As the Feast of Christmas approaches, the readings for the final Sunday of Advent present us with the mystery and scandal of God’s plan for our salvation in Jesus.  The divine purpose does not proceed according to human ambitions and calculations.  Although Nathan’s prophecy to David and Gabriel’s annunciation to Mary may lead us to expect a powerful Messiah who will bring peace by ruling in splendor “from the throne of David his father,” we have hints in the readings that God’s will often overturns human expectations.  David is not allowed to build the glorious house (temple) of his dreams; instead the Lord will build a house (dynasty) for him.  God’s fulfillment of “the mystery hidden for many ages” is first revealed to Mary, a lowly virgin from the insignificant town of Nazareth in the obscure region of Galilee.  As Mary obediently submits herself to the Lord’s impossible plan for the birth of the Messiah, we may already expect that her child’s rule is not going to conform to the standards of earthly power and prestige.  Let us praise the Lord for his mysterious ways in the lyrics of our responsorial psalm: “Forever I will sing the goodness of the Lord” (Psalm 89).
Nathan’s prophecy in 2 Samuel 7 is a culminating point in both Israel’s history and David’s own life.  The Lord has finally given Israel and David “rest” from all their enemies. After Saul’s death, the Lord guided David in uniting Judah and Israel, defeating the Philistines, and centralizing the nation by establishing Jerusalem as the capital where he placed the ark in a tent shrine (see 2 Samuel 1-6).  Now David, who has already built himself a splendid palace of cedar, proposes to the prophet Nathan that he wishes to build a “house of cedar” (i.e. a temple) for the ark.  At first, Nathan encourages David in his ambitions, but that night the prophet learns that the Lord’s plan does not depend upon David’s limited vision.  A mysterious divine purpose has been operative since David was taken as a shepherd boy to be commander of God’s people, and it ultimately will culminate in God’s giving Israel peace from its enemies and the establishment of a lasting house (i.e. dynasty) for David.  The editors of 2 Samuel 7, using the royal ideology of the Solomonic period, envision Solomon’s reign as a partial fulfillment of this promise.  He is the son who “will build a house for my name” (2 Sam 7:13; 1 Kings 5-9), but even they also recognize that neither David nor Solomon, for all their glory, were the complete realization of Nathan’s prophecy; both kings bring tragedy upon themselves and their people by their sins in the latter stages of their reigns (see 2 Samuel 11-20; 1 Kings 2 and 1 Kings 11-12).  With the fall of the Davidic monarchy, Nathan’s promise became the basis for Davidic messianic hopes, as are found in our responsorial Psalm.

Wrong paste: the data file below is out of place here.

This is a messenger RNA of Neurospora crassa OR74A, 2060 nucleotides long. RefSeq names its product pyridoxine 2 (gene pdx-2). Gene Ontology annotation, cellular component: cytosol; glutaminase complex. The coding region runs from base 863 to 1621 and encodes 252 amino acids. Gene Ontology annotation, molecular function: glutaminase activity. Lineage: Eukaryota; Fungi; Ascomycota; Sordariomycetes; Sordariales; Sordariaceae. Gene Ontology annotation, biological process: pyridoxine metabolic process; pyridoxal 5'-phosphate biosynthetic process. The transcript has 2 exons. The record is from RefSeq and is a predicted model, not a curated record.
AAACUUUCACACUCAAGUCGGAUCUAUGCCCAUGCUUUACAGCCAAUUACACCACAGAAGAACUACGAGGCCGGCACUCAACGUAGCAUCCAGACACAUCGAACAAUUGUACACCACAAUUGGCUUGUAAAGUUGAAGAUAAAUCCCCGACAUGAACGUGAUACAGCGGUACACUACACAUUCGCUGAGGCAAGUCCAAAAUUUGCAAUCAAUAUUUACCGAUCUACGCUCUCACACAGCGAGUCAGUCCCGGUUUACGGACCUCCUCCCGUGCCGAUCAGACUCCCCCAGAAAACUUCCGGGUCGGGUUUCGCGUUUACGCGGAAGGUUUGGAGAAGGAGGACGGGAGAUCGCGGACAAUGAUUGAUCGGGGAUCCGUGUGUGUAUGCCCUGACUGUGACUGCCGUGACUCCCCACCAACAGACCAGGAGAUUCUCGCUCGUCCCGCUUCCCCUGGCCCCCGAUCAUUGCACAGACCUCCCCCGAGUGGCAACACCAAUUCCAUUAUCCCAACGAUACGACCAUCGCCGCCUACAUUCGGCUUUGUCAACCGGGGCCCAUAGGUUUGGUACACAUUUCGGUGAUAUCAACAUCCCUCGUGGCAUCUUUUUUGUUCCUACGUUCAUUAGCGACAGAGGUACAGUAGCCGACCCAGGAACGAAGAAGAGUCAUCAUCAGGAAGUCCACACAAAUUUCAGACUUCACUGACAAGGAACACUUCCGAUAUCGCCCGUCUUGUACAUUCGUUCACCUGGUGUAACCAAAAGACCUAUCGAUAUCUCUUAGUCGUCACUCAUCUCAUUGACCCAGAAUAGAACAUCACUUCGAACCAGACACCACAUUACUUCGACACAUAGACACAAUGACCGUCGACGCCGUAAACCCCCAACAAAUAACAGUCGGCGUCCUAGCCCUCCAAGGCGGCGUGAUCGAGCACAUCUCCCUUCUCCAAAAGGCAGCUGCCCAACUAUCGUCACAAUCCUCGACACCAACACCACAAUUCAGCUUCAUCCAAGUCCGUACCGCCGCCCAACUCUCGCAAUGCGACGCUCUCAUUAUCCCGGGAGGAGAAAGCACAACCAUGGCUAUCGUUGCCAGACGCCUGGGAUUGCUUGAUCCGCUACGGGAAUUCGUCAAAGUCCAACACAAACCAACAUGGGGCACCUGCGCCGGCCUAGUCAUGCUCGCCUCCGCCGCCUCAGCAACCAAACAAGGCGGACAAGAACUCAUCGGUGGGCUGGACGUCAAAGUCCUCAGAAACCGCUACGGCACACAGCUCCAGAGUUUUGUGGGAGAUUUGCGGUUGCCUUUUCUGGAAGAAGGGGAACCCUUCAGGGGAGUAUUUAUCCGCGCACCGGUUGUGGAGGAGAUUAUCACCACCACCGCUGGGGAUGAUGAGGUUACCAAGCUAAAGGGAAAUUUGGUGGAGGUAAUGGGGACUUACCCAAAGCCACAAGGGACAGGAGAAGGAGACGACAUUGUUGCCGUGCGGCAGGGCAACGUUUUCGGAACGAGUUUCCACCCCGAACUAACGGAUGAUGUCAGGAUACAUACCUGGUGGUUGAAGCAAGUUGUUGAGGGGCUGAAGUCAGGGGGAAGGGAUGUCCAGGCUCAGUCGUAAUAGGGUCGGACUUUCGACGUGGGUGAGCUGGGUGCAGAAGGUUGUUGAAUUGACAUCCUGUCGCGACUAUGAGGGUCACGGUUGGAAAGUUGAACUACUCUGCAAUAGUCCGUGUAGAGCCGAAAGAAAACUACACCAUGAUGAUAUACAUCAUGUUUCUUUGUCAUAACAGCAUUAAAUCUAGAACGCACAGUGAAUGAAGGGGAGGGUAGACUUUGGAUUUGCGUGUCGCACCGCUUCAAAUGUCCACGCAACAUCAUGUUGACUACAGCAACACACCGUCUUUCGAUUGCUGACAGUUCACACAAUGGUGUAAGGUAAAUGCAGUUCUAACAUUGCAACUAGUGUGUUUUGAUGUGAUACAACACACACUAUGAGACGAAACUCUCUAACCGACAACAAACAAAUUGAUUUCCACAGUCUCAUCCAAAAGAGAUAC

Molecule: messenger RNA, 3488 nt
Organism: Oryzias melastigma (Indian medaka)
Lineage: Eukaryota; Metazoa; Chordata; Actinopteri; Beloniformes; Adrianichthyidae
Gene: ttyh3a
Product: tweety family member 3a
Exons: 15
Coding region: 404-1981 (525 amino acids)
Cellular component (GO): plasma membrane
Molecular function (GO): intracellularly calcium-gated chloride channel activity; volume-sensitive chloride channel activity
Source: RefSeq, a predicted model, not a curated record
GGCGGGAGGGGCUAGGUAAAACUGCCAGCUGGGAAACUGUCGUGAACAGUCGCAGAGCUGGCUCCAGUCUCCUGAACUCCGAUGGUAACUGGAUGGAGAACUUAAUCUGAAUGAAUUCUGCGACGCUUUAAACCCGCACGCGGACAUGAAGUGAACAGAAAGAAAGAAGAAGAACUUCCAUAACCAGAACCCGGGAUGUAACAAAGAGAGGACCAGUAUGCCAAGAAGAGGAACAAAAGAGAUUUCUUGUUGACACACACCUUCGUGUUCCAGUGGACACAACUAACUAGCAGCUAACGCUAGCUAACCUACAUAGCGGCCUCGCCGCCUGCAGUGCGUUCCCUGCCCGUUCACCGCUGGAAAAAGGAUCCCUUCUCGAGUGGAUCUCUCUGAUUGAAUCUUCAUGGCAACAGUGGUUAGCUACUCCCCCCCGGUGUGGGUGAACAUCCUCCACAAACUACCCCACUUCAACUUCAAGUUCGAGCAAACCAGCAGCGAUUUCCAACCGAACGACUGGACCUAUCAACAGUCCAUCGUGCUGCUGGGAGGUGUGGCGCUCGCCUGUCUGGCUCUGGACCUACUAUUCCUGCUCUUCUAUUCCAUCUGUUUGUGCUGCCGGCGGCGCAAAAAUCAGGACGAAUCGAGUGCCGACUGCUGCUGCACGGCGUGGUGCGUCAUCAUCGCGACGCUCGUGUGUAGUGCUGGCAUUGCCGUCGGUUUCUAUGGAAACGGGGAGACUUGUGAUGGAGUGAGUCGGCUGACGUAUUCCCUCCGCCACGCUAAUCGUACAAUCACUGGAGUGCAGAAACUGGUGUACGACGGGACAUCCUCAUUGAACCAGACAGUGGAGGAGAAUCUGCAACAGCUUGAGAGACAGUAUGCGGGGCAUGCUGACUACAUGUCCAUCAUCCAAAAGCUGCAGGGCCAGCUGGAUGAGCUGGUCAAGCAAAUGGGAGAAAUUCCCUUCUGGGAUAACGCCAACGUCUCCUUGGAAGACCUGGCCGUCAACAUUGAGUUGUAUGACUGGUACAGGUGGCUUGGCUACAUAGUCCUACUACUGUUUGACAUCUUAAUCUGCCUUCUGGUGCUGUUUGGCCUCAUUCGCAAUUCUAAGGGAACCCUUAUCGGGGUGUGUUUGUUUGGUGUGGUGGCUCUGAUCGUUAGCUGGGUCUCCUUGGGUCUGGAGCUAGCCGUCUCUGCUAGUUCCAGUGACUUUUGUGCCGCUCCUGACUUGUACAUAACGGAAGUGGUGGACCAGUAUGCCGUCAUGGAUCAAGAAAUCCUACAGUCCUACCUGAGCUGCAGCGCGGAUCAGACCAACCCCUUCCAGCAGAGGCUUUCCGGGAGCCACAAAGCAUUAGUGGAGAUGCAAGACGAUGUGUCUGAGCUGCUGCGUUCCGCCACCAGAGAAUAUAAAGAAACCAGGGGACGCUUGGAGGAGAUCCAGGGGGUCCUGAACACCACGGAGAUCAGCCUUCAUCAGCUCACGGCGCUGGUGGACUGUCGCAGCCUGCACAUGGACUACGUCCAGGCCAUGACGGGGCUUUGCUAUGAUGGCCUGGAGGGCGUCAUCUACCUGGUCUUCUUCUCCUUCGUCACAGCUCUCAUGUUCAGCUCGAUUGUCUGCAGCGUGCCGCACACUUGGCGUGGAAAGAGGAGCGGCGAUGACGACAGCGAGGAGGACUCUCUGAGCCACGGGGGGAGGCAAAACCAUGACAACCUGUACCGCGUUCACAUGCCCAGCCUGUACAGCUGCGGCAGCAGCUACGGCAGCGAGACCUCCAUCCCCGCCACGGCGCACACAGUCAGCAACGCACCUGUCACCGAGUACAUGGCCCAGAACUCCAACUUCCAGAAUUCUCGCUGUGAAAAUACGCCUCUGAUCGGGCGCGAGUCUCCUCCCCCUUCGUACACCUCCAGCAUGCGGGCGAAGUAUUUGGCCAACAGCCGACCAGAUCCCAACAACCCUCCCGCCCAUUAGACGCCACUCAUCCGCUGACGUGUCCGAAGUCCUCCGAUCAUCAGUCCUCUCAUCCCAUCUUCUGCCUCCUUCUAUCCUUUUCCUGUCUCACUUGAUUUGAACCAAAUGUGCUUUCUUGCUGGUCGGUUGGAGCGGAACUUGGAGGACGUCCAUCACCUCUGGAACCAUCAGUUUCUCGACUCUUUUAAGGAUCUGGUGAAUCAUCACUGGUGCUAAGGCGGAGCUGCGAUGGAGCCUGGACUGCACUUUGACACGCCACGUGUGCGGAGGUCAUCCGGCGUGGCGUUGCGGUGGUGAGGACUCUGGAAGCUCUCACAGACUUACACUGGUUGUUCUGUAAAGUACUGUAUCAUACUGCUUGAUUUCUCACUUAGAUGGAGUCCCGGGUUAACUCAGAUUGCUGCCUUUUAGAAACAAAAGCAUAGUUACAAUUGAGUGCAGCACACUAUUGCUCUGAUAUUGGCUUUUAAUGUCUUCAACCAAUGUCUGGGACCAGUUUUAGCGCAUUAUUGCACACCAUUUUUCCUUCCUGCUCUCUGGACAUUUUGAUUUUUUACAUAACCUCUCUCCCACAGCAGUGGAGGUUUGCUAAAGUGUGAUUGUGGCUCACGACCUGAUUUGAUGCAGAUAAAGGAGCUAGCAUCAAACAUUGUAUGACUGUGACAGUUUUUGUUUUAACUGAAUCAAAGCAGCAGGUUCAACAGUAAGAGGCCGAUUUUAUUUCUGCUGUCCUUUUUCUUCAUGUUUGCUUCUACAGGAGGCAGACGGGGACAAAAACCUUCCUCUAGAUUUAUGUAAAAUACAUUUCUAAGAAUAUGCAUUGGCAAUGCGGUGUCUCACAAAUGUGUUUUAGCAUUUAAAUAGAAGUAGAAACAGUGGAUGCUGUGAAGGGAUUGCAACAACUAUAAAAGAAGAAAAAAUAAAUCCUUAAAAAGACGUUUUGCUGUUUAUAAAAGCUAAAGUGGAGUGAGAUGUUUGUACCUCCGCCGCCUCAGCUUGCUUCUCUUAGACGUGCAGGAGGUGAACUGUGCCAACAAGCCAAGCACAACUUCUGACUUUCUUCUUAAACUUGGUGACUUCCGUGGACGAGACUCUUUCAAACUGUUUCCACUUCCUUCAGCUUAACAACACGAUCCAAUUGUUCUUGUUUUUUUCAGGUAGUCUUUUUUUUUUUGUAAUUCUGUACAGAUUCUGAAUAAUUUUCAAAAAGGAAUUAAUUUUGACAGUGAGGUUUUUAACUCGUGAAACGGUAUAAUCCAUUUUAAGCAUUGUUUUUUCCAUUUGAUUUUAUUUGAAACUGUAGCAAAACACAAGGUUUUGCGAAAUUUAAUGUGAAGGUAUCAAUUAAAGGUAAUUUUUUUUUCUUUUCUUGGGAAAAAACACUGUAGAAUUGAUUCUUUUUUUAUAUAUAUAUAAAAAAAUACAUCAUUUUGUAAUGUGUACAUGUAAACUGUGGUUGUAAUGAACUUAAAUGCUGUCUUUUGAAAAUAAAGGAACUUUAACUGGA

Romans 16:25-27 is a doxology, praising God who is able to strengthen the Christian community in the gospel which has now been revealed to the Gentiles through Paul’s preaching.  It emphasizes the hidden mystery of God’s plan, which completes the message of the prophets and is now revealed to all nations. This plan for salvation, now open to the Gentiles, is not manifest according to human timetables, but “at the command of the eternal God.”

With an aura of solemn wonder and joy, Luke’s annunciation narrative describes the beginning of the fulfillment of the long-awaited time of salvation.  In the style of birth stories in the Old Testament, the angel Gabriel announces Jesus’ birth and destiny to Mary, as he had previously done for John the Baptist to the doubting Zechariah (see Lk 1:5-23).  The scene is filled with improbabilities.  The site is Nazareth in Galilee; there has been no Davidic court in Jerusalem for almost 600 years.  The recipient is a virgin, who is “deeply troubled” by the angel’s greeting and later has to ask, “How can this be since I do not know man?”  Rather than normal human conception, the child will be conceived by the power of the Most High, and the confirming sign that Mary’s baby is indeed to be called Son of God is that her kinswoman Elizabeth has conceived a son in her old age.  In language reminiscent of the annunciation of Isaac’s birth to Abraham and Sarah (see Genesis 18), Gabriel ends by affirming “nothing is impossible to God.”  In contrast to the incredulous Zechariah and her laughing and doubting ancestress Sarah, Mary acquiesces to the mysterious divine plan. “I am the maidservant of the Lord.  Let it be done to me according to your word.”

Christmas Midnight

Christmas Midnight A B C

Readings: Isaiah 9:1-6  Titus 2:11-14  Luke 2:1-14